Thank you, Beast from the East

As a teacher in the UK, I often feel as if I am on a treadmill where the setting is slightly too high and I just keep going and going, a seemingly never-ending cycle of planning-teaching-marking, of getting up early, working a full day where an uninterrupted break time is a luxury, coming home and doing more work, and repeating the cycle the next day. On top of this, I don’t make it easy for myself when it comes to my home life. I put far too much pressure on myself to keep up with cleaning, tidying, washing, and find that I feel stressed when my home environment is chaotic. I also care a lot about my family and friendships, prioritising them too, but if I’m honest, do I prioritise them above my work? I really try to, but striking a balance is hard. I consciously make an effort to set myself boundaries of when I’ll work and when I’ll see friends and family, but I also find that I need time for just me to be on my own, and that is very difficult to fit into my busy schedule.

Considering all this, I very often feel myself wishing and hoping that if I could just have one day off, if I could only stop for a moment, that I would get some much-needed breathing space, that I could get off the treadmill. I often get up in the morning, longing for more sleep and wishing I could stay in bed. On my days off at the weekend, I have often packed so many plans in, almost trying to make up for the all the work I do, that it isn’t really a rest. Work hard, Play hard.

So you would think that this morning, when I got a message through from the Assistant Head that our school was closed due to the snow, that I would have been rejoicing. A day off? My prayers had been answered!

Wrong – my initial feelings were worry and disappointment: disappointment, because Wednesday is usually the “easy” day in the week for me, where I get 2 hours or so of Planning time, less contact time with the challenging members of my class and generally less marking; worry, because I left my laptop at work yesterday, as well as the fact that to complete planning at home I need access to the medium term planning on the school system and I can’t get onto that at home. A day off school, unable to do work, unable to use this time to prepare for next week… I felt like I should be happy about the free day ahead of me, but instead I felt anxious.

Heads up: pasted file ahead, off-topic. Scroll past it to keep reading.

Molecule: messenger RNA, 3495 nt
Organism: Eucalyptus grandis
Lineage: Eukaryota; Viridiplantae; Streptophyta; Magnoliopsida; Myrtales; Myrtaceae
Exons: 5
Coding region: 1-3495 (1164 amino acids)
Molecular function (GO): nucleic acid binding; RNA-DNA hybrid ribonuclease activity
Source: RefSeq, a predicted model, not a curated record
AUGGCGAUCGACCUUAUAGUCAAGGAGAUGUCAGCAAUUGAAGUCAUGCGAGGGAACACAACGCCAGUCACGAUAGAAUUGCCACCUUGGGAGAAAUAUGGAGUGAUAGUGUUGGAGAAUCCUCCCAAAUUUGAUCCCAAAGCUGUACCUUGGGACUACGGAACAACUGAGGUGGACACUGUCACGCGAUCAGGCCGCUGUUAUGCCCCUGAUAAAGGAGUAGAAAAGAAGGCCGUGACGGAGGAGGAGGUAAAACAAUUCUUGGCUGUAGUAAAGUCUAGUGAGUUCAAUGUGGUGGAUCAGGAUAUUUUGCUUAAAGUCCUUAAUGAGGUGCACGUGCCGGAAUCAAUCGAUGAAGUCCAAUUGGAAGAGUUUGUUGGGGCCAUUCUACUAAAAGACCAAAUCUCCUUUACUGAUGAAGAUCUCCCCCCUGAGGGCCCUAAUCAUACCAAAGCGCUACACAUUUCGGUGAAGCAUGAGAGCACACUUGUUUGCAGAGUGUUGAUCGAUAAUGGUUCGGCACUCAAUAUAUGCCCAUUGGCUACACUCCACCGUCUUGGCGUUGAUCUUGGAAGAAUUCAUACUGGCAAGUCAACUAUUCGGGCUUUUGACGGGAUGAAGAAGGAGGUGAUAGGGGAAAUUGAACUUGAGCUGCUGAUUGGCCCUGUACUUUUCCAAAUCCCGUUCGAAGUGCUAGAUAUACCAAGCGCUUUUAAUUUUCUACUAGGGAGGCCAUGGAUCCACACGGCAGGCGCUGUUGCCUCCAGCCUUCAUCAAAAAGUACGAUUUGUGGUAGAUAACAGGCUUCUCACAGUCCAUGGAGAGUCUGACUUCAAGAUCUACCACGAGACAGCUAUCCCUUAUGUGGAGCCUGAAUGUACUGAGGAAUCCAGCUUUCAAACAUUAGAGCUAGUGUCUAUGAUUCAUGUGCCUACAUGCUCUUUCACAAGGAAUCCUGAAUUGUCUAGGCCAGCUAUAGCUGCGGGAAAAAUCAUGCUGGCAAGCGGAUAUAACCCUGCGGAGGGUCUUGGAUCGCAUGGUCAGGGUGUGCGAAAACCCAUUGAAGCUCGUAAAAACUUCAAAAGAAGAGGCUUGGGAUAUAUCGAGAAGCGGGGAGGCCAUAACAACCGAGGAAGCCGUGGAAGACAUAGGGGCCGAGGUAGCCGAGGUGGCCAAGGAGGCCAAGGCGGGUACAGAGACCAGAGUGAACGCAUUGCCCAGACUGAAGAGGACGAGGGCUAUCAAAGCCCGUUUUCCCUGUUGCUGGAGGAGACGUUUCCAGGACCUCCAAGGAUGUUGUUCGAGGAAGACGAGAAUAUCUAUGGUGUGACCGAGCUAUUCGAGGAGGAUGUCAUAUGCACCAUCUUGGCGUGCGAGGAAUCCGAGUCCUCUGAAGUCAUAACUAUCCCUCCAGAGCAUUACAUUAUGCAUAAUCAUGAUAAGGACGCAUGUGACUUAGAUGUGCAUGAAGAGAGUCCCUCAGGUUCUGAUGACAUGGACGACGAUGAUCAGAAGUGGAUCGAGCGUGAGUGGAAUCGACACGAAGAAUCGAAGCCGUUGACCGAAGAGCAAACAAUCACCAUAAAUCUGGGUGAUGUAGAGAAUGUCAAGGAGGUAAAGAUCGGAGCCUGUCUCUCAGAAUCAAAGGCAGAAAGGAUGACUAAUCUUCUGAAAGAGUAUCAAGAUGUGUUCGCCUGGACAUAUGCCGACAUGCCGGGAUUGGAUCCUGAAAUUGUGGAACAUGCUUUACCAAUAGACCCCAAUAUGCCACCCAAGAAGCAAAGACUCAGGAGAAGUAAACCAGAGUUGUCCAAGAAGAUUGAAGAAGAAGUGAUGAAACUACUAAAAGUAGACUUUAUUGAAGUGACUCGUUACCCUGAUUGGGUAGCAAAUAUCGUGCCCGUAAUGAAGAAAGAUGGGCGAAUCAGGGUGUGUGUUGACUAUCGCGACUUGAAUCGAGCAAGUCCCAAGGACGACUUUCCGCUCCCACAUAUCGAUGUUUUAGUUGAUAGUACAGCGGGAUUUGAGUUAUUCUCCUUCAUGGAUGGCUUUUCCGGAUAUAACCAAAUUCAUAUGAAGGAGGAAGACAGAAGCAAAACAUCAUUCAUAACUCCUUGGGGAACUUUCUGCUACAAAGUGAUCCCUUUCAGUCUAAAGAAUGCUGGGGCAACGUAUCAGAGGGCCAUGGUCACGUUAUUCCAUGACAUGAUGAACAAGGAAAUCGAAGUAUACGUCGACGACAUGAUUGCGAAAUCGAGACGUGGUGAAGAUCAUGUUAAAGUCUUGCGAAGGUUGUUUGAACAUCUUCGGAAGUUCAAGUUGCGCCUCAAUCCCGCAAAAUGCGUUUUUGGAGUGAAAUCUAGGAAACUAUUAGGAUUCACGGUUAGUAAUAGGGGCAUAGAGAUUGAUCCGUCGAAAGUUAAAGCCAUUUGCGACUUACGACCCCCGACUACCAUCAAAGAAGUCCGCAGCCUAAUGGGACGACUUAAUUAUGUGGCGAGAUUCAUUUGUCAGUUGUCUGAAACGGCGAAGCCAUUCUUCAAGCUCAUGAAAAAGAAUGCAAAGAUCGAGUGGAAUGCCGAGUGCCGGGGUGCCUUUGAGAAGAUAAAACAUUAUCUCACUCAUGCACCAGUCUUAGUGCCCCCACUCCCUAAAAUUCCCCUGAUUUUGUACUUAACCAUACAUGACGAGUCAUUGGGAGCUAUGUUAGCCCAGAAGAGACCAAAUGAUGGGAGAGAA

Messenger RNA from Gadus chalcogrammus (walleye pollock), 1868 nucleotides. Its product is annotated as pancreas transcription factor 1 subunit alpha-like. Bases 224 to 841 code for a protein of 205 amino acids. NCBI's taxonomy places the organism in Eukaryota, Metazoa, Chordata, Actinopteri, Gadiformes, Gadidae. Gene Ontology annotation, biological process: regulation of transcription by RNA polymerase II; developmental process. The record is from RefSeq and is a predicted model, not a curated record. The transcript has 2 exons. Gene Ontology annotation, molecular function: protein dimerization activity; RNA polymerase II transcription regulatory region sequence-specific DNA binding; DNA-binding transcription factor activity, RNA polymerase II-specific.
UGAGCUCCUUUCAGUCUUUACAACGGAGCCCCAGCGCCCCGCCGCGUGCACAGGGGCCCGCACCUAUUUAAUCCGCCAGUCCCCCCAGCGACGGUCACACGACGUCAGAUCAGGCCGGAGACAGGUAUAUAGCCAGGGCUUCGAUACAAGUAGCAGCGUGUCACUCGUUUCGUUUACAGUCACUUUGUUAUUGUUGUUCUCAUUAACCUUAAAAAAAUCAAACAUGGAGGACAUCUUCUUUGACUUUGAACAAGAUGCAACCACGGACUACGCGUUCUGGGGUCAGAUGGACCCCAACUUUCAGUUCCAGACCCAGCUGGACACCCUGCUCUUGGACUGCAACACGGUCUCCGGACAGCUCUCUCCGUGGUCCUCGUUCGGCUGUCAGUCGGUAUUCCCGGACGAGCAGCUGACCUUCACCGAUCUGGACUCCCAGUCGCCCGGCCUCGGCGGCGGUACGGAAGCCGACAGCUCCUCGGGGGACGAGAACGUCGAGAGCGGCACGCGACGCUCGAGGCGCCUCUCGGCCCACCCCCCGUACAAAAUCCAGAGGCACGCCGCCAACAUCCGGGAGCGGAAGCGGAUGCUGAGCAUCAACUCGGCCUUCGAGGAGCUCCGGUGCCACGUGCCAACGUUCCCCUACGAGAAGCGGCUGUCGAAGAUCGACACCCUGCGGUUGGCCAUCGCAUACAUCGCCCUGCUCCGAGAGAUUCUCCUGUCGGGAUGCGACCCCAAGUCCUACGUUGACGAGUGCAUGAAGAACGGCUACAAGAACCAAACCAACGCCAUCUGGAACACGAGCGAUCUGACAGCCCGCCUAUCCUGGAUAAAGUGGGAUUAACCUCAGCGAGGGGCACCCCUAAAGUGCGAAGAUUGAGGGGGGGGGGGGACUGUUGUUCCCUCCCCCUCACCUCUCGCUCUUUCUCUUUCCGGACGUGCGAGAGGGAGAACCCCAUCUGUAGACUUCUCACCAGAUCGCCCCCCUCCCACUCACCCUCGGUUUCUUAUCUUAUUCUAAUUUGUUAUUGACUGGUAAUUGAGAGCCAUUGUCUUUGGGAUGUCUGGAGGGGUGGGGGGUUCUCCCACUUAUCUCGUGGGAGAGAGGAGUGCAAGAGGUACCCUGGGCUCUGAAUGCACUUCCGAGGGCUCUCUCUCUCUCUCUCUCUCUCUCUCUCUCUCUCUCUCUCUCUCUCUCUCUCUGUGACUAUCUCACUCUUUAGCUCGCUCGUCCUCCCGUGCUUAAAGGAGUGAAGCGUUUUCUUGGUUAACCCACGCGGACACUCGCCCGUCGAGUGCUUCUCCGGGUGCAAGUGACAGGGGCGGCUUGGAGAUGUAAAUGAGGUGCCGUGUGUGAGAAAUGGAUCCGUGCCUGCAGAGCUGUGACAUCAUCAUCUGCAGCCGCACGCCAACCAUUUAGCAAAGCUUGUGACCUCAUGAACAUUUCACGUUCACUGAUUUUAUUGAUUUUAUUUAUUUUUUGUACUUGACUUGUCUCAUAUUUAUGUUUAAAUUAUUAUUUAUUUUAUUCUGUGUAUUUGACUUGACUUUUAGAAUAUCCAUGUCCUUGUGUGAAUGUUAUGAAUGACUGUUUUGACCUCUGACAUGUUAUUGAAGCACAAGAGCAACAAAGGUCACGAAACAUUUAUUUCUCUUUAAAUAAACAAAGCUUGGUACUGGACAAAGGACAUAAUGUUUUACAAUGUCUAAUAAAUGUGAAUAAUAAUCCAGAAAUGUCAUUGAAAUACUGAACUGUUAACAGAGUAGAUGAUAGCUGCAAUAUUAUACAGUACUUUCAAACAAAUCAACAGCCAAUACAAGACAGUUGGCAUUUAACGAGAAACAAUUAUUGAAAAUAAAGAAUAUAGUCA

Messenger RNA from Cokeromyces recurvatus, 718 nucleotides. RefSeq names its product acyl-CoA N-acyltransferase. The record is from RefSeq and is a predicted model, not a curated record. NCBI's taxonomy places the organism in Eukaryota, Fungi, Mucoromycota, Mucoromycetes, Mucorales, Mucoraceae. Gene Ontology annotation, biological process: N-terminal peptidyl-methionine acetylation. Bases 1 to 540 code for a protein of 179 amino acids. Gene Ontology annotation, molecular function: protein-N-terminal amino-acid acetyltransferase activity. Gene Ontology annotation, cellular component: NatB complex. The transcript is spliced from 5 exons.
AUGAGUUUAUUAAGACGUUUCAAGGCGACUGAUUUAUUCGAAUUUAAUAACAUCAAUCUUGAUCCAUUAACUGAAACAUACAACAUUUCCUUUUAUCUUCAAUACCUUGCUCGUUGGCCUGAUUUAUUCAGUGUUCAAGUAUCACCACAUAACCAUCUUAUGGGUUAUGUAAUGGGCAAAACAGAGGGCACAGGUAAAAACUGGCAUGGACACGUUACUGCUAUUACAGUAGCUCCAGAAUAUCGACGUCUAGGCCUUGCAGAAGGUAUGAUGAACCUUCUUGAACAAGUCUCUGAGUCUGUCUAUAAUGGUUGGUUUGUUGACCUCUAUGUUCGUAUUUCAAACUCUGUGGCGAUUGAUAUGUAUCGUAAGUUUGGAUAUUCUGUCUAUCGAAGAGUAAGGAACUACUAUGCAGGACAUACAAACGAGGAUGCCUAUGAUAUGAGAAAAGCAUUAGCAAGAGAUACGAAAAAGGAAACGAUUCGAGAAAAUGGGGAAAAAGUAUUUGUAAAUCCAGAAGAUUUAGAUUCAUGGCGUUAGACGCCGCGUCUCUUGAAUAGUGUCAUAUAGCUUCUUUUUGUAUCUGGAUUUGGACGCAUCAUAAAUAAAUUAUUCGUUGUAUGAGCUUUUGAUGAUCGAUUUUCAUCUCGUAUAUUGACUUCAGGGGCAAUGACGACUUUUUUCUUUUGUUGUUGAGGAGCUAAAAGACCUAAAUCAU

Feeling worried, I shared my feelings with my family, who told me to just enjoy the day. I knew I should feel like that… but I still felt underlying guilt that I wouldn’t be able to work. It wasn’t until our boss sent us an e-mail that actually told us all to enjoy ourselves (don’t do any work, and don’t check your work e-mails again!) that I started to feel better, that actually it was OK not to do work today.

So, with my gift of a free day, I did the kind of things that I usually long for – simple pleasures that made me feel much more relaxed and happy. I went back to bed, slept, caught up on some TV, chatted with family, met friends for a coffee… and we ended up making snow angels and having a laugh, walking like penguins huddled together under an umbrella as the snow came down around us.

It was a fun day, which made me embrace my inner child, playing in the snow, taking pictures of the pretty scenes, and finally just letting go. The roads here are also far too dangerous in these weather conditions, so it comforted me that by staying off school, we were keeping ourselves and others safe.

So, thank you Beast from the East, for forcing me to relax and to realise that the sky doesn’t fall in if you get off the treadmill for one day! (Even if there are huge snowflakes falling from it).